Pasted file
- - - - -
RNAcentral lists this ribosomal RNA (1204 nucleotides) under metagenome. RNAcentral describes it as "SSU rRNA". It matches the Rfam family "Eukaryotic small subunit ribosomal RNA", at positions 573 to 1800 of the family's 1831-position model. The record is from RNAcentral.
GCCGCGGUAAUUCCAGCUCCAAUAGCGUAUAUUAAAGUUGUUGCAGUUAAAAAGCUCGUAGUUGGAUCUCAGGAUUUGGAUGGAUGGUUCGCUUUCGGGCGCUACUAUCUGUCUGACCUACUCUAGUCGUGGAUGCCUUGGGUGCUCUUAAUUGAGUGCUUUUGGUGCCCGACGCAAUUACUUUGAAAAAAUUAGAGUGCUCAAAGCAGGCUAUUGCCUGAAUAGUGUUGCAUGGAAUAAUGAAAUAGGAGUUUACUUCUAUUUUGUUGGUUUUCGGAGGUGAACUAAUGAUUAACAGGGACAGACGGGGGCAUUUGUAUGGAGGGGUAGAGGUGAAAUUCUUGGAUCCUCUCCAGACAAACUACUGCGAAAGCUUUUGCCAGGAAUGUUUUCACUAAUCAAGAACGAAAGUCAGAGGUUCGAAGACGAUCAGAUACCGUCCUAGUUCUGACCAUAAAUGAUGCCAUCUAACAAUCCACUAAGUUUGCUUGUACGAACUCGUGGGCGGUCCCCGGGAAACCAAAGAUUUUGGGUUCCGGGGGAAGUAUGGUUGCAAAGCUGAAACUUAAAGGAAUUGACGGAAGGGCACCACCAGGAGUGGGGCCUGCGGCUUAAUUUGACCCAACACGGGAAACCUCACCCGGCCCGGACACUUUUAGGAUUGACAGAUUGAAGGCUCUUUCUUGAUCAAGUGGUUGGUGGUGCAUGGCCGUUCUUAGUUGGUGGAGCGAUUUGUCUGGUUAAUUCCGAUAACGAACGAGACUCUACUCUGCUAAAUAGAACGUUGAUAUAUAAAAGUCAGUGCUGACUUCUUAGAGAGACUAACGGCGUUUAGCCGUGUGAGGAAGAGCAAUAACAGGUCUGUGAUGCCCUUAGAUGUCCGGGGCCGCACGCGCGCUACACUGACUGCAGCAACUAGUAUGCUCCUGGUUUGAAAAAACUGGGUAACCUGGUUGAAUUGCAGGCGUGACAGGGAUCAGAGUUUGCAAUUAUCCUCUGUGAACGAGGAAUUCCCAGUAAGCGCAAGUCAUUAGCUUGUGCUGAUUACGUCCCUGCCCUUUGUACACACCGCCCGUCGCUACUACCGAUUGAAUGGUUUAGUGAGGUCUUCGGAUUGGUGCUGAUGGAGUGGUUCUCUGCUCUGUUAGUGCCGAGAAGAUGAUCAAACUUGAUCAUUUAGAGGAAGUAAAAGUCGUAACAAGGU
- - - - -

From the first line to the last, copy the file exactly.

RNAcentral lists this ribosomal RNA (1204 nucleotides) under metagenome. RNAcentral describes it as "SSU rRNA". It matches the Rfam family "Eukaryotic small subunit ribosomal RNA", at positions 573 to 1800 of the family's 1831-position model. The record is from RNAcentral.
GCCGCGGUAAUUCCAGCUCCAAUAGCGUAUAUUAAAGUUGUUGCAGUUAAAAAGCUCGUAGUUGGAUCUCAGGAUUUGGAUGGAUGGUUCGCUUUCGGGCGCUACUAUCUGUCUGACCUACUCUAGUCGUGGAUGCCUUGGGUGCUCUUAAUUGAGUGCUUUUGGUGCCCGACGCAAUUACUUUGAAAAAAUUAGAGUGCUCAAAGCAGGCUAUUGCCUGAAUAGUGUUGCAUGGAAUAAUGAAAUAGGAGUUUACUUCUAUUUUGUUGGUUUUCGGAGGUGAACUAAUGAUUAACAGGGACAGACGGGGGCAUUUGUAUGGAGGGGUAGAGGUGAAAUUCUUGGAUCCUCUCCAGACAAACUACUGCGAAAGCUUUUGCCAGGAAUGUUUUCACUAAUCAAGAACGAAAGUCAGAGGUUCGAAGACGAUCAGAUACCGUCCUAGUUCUGACCAUAAAUGAUGCCAUCUAACAAUCCACUAAGUUUGCUUGUACGAACUCGUGGGCGGUCCCCGGGAAACCAAAGAUUUUGGGUUCCGGGGGAAGUAUGGUUGCAAAGCUGAAACUUAAAGGAAUUGACGGAAGGGCACCACCAGGAGUGGGGCCUGCGGCUUAAUUUGACCCAACACGGGAAACCUCACCCGGCCCGGACACUUUUAGGAUUGACAGAUUGAAGGCUCUUUCUUGAUCAAGUGGUUGGUGGUGCAUGGCCGUUCUUAGUUGGUGGAGCGAUUUGUCUGGUUAAUUCCGAUAACGAACGAGACUCUACUCUGCUAAAUAGAACGUUGAUAUAUAAAAGUCAGUGCUGACUUCUUAGAGAGACUAACGGCGUUUAGCCGUGUGAGGAAGAGCAAUAACAGGUCUGUGAUGCCCUUAGAUGUCCGGGGCCGCACGCGCGCUACACUGACUGCAGCAACUAGUAUGCUCCUGGUUUGAAAAAACUGGGUAACCUGGUUGAAUUGCAGGCGUGACAGGGAUCAGAGUUUGCAAUUAUCCUCUGUGAACGAGGAAUUCCCAGUAAGCGCAAGUCAUUAGCUUGUGCUGAUUACGUCCCUGCCCUUUGUACACACCGCCCGUCGCUACUACCGAUUGAAUGGUUUAGUGAGGUCUUCGGAUUGGUGCUGAUGGAGUGGUUCUCUGCUCUGUUAGUGCCGAGAAGAUGAUCAAACUUGAUCAUUUAGAGGAAGUAAAAGUCGUAACAAGGU